Language Selection

English French German Italian Portuguese Spanish

The death of Firefox

Filed under
Moz/FF

It doesn’t look good for Firefox: Almost every month for the last three years, Firefox has lost ground to Internet Explorer, Chrome, and Safari. For most of 2009 the trend was fairly straight as it fended off Chrome and nibbled away at IE, but between 2010 and today Firefox has lost a third of its market share, from a worldwide peak of around 30% down to 20%.

You can look at this two ways. First, the total number of people on the internet is growing, so while Firefox’s share has decreased, the total number of people using Firefox is increasing. The other point of view is that Firefox, whether you like it or not, is declining in popularity.

I love the Fox as much as the next bearded geek, but




Re:The death of Firefox

Seems to me that if 1% is good enough to keep linux alive, 20% should be more than enough to keep Firefox going. These doom and gloomers really need to get a life...

Re:Firefox add-ons are tools not apps ? Extensions ?

It may come as a shock to you, but not everyone is eagerly jumping on the "Cloud." That is what Chrome is, isn't it? I don't think I'm the only person on the planet that wants nothing to do with putting my personal life out on some unknown server under the control of an unknown entity. These things are called PC's for a reason. I don't even trust Google with my search information, there's no way I'll be writing documents, spreadsheets, presentations and emails in their cloud. That stuff stays right here, on my own personal hard drive.

I also don't think, but I could be wrong about this one, that I'm the only person on the planet stuck with dial-up internet. Cloud computing on dial-up would be impossible even if I were to want to.

I love Firefox and think that the folks working on it do a great job. I personally wish they'd slow down with the updates and just release new versions when they are ready and relevant.

dialup limited cloud use firefox, WiFi use Chrome ?

atang2 wrote:
It will take too long for dialup accounts to download firefox update of 18 mBs on some of their versions.

Chrome browser needs free WiFi/b to have data streaming. A lot of hotspots spill out to the street, that you can use with a laptop or tablet on batteries.

You will enjoy the big cloud.

No, I will not enjoy the big cloud, even it was hovering outside my door. Dial-up teaches patience and helps you realize that it isn't necessary to constantly update to the latest and greatest. If it ain't broke, don't fix it...

I have to drive a minimum of 8 miles to reach a free hotspot, and working 57 hours a week, I don't have time or energy for loading up my laptop and hauling to the cafe for updates. 18MB doesn't really take that long and I can let the computer do it overnight if need be.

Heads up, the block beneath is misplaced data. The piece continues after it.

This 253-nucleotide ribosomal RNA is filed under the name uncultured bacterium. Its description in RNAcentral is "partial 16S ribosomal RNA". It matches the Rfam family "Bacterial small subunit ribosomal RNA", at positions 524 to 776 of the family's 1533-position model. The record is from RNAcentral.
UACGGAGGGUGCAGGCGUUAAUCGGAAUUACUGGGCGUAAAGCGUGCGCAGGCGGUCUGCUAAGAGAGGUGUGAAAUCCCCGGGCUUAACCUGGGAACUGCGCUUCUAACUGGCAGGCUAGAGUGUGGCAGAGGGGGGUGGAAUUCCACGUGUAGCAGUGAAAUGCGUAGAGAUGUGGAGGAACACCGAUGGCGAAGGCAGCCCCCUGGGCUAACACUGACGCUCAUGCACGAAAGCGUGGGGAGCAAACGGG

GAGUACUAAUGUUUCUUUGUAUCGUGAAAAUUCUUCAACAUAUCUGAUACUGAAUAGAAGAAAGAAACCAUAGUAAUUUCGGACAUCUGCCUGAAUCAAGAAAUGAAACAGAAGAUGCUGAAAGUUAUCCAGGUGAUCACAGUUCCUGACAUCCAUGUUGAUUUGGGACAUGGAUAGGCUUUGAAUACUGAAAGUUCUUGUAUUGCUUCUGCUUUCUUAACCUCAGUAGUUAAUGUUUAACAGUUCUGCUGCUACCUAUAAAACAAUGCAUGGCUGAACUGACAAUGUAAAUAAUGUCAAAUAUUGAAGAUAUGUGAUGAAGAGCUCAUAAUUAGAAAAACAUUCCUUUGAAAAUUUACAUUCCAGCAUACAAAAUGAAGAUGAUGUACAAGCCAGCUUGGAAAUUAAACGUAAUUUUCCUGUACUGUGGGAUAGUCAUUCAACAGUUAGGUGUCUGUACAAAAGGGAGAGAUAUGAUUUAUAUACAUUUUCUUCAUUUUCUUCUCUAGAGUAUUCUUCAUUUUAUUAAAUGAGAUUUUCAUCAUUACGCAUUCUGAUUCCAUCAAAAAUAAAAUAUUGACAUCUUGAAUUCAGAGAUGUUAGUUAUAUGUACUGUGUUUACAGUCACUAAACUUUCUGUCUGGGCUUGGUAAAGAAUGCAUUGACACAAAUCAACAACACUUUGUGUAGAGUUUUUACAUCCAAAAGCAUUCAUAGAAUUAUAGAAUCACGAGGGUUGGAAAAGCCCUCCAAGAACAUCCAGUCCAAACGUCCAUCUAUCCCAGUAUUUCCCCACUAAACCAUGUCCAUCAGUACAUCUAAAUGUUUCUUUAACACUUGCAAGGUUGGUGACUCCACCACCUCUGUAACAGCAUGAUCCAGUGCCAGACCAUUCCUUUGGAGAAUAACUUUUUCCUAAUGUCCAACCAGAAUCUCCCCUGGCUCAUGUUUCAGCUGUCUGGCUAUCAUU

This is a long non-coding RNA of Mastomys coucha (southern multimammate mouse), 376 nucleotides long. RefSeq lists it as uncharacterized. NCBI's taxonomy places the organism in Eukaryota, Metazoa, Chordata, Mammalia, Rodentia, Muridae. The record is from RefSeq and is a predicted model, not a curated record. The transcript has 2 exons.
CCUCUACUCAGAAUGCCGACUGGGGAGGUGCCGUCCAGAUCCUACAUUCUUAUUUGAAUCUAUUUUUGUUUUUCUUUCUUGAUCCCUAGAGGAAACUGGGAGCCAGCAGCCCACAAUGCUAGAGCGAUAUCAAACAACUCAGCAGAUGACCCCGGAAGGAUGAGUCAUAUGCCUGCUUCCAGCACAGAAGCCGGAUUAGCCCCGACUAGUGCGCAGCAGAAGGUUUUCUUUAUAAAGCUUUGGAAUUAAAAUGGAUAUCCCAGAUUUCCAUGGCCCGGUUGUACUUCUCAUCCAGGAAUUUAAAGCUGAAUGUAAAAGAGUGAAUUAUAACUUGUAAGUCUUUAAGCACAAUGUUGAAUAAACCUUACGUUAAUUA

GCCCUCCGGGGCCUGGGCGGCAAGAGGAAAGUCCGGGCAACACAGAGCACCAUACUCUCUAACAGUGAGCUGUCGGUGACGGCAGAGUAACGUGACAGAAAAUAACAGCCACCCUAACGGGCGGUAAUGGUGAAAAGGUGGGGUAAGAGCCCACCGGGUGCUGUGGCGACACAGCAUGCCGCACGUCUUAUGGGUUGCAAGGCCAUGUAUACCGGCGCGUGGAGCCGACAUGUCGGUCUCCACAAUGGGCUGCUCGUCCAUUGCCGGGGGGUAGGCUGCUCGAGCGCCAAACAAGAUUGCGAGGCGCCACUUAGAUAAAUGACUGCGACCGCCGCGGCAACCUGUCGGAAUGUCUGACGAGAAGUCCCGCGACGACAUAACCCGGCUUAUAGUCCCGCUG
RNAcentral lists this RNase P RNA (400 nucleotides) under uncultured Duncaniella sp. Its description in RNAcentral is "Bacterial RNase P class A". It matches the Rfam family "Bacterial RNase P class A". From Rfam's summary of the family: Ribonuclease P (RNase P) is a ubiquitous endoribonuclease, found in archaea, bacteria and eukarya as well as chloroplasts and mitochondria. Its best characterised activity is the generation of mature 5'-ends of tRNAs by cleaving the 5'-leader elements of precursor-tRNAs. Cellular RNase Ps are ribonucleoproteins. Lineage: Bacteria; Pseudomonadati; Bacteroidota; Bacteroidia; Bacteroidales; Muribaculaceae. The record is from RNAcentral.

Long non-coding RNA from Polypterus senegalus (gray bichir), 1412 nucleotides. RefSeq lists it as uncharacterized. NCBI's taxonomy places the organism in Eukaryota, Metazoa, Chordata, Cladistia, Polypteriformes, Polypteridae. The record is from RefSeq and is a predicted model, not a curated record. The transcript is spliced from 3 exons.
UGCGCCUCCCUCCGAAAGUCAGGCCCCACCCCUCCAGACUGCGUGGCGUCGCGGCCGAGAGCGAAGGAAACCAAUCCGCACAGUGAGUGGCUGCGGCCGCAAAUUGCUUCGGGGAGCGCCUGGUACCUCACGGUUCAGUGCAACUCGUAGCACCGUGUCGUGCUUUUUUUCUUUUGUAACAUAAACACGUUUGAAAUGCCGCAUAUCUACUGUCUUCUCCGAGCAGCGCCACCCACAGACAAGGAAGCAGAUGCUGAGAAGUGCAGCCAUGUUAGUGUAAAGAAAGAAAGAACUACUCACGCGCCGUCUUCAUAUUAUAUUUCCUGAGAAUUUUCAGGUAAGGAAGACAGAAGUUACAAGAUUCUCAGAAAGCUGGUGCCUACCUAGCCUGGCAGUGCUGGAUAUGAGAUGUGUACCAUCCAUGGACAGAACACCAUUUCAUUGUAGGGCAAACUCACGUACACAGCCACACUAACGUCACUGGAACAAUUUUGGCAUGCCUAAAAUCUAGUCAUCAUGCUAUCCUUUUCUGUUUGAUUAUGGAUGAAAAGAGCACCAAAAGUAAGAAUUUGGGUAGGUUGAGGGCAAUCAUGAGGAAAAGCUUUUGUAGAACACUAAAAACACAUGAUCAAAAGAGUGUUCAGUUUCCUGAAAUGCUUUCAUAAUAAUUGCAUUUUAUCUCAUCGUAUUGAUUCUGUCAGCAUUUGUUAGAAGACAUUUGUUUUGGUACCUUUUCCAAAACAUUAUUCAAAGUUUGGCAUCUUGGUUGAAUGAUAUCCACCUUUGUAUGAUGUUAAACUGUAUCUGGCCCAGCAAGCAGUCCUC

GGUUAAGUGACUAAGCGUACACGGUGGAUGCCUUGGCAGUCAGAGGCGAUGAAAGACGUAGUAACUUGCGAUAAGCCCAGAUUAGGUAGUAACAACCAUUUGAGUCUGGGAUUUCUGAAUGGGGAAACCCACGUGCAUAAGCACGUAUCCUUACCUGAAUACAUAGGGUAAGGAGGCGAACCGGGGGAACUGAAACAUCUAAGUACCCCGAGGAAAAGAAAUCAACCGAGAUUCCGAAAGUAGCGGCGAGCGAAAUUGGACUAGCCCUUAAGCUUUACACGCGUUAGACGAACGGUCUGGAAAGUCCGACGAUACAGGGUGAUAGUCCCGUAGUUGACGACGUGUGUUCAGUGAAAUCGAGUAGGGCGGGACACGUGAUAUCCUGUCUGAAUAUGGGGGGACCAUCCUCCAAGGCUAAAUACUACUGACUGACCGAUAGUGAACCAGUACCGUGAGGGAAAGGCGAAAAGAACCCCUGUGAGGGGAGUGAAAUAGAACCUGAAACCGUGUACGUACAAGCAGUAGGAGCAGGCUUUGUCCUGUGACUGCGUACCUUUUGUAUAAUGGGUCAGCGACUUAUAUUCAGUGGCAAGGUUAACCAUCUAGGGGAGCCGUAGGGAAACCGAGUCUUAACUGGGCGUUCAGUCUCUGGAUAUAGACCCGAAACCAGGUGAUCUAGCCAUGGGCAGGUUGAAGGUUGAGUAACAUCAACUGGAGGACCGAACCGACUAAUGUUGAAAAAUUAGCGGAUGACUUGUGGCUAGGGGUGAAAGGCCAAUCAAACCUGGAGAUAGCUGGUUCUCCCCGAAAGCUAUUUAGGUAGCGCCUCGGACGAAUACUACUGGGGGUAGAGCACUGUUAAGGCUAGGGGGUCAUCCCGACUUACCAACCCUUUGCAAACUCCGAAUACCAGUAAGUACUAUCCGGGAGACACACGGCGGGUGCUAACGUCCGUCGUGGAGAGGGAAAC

No, I'll stick with keeping control of my pc and the files on it, and stick with firefox. Feel free to "enjoy the big cloud" without me.

Comment viewing options

Select your preferred way to display the comments and click "Save settings" to activate your changes.

More in Tux Machines

Why Android's Winning The Battle Right Now

Without a doubt, the key technological revolution of our time has been the rise of mobile computing. With iOS and Android leading the charge, the way people communicate has been transformed. Of course the most significant competition in the space is the one between the two dominant mobile platforms: Google and Apple. Together, they make up the lion’s share of the mobile market. The fierce competition between the two has been the driving force behind the incredible pace of development and innovation the market has seen. Read more

Linux Kernel Source Code of BQ Aquaris E4.5 Ubuntu Edition Published on GitHub

Some of you might be aware of the fact that about a week ago, on March 18, Carsten Munk, Chief Research Engineer at Jolla, published an interesting article on his blog, where he claimed that BQ is not offering a GPL license for the Linux kernel that powers the BQ Aquaris E4.5 Ubuntu Edition device. Read more

Google makes deploying software on its cloud a trivial task

Google is offering a new incentive for using its Google Compute Engine. With Google Cloud Launcher, you can launch more than 120 popular open-source packages. Read more

Linux Kernel 3.19.3 Arrives with ARM, ARM64, and IPv6 Fixes, Many Updated Drivers

Greg Kroah-Hartman has announced today, March 26, the immediate availability for download of the third maintenance releases for Linux 3.19 kernel, along with Linux kernels 3.14.37 LTS and 3.10.37 LTS. Additionally, Linux kernel 3.18.10 LTS has also been announced a couple days ago. Read more